Voluntary withdrawal or forced exclusion from the euro area seem to be a viable option for mitigating the financial burdens of some member-states whose currency is the euro. The introduction of a parallel currency is also regularly recommended as a solution for the staggering problems of some of these countries.
Are such plans legally possible? How can the introduction of a new currency in a member-state – be it parallel or in substitution of the euro – solve the debt problems of such a state and its banks? Can they really lead to the aspired alleviation of the debt burden when the majority of claims are still denominated in euro?
Over time some jurisprudence has been developed that does not simply accept the introduction of a new currency by a unilateral act of a government in financial distress. The re-denomination of claims after a change of the currency is a thorny and cumbersome field of legal reasoning, especially if the legality of the introduction of the new currency is not free from serious doubts.
My deliberations on this complex scenario are structured according to the following questions, which are closely related to each other but for sure demand a distinctively different treatment:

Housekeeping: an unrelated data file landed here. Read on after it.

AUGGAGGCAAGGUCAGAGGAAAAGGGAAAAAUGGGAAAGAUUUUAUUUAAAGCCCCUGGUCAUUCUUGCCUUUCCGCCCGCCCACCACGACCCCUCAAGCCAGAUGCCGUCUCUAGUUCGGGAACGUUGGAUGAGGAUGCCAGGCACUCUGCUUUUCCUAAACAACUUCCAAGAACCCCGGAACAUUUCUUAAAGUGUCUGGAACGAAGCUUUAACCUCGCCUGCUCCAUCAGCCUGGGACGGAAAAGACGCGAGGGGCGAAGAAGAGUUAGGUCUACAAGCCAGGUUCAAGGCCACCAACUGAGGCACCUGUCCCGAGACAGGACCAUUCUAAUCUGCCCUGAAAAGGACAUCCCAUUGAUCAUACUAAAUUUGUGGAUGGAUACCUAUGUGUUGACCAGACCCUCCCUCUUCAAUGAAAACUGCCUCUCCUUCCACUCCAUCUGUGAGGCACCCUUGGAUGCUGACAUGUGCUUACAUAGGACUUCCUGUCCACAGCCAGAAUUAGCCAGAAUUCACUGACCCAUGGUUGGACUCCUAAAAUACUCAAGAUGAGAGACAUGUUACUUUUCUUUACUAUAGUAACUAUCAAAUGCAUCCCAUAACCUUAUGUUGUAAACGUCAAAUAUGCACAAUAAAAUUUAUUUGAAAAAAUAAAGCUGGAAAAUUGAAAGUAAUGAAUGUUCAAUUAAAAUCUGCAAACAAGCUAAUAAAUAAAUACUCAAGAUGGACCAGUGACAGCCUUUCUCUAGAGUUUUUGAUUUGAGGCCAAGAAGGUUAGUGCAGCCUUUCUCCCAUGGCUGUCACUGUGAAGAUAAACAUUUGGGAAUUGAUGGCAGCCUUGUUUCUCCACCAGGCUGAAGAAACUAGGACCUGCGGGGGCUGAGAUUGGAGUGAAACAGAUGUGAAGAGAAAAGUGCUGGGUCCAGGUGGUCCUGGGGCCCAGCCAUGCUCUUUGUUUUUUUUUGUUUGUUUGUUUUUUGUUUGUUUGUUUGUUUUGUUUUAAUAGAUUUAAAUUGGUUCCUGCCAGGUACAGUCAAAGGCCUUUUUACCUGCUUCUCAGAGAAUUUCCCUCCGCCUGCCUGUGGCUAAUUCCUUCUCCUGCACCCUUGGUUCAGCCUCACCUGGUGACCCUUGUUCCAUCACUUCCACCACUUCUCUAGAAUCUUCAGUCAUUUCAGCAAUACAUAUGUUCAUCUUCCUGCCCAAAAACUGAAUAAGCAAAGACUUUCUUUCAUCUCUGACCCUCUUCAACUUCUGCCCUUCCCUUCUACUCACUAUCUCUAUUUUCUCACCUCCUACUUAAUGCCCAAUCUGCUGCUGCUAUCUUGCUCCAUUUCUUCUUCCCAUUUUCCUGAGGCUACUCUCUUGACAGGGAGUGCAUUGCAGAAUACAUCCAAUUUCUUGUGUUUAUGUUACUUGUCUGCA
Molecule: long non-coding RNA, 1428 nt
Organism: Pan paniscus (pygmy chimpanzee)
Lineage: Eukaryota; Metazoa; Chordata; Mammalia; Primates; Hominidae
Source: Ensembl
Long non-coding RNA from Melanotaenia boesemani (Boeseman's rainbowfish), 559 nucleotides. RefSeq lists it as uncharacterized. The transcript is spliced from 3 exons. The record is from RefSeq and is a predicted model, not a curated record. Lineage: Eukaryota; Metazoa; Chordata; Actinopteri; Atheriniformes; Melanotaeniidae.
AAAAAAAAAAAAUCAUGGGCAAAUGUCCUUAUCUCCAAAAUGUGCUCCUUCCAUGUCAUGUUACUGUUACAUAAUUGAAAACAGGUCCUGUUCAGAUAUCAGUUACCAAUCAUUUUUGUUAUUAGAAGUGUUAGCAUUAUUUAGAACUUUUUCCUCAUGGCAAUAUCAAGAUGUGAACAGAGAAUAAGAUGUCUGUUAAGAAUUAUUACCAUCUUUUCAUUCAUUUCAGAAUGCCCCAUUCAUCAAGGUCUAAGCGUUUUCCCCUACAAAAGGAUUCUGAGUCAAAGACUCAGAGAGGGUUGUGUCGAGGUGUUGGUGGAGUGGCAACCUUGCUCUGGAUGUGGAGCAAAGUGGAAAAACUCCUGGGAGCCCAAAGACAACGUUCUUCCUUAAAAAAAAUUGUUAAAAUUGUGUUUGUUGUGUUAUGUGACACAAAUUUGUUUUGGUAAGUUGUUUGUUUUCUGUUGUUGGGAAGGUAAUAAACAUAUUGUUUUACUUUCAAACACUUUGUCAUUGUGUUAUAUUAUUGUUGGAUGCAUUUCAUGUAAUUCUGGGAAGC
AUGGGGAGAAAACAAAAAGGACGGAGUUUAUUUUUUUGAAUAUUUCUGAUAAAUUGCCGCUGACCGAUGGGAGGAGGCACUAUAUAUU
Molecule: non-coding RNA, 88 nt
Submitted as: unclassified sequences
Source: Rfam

Is it legally possible for a Member State to leave the eurozone?
May Member State introduce a new currency parallel to the euro?
Can a Member State be excluded from the eurozone or the Monetary Union?
May permission be granted to introduce a new currency in a Member State of the eurozone?
What are the consequences of an illegal exit from the eurozone?
In summary, I have concluded that a unilateral withdrawal from the obligations of the Monetary Union allowing the re-introduction of a currency of its own by a member-state whose currency is the euro has to be judged as illegal, with severe economic and legal consequences. The introduction of a parallel currency as legal tender is also legally forbidden, as is the option of expulsion of a recalcitrant member-state.
The economic logic of a unilateral withdrawal, from the point of view of the member-state in question, is also highly questionable. It would be an open invitation for speculators of the world to destabilize the finances of the country and, particularly in the case of a non-consensual exit, it would make re-denominating the public debt extremely complicated. But even ignoring economics, the legal complexities of a possible Grexit are reason enough to avoid it.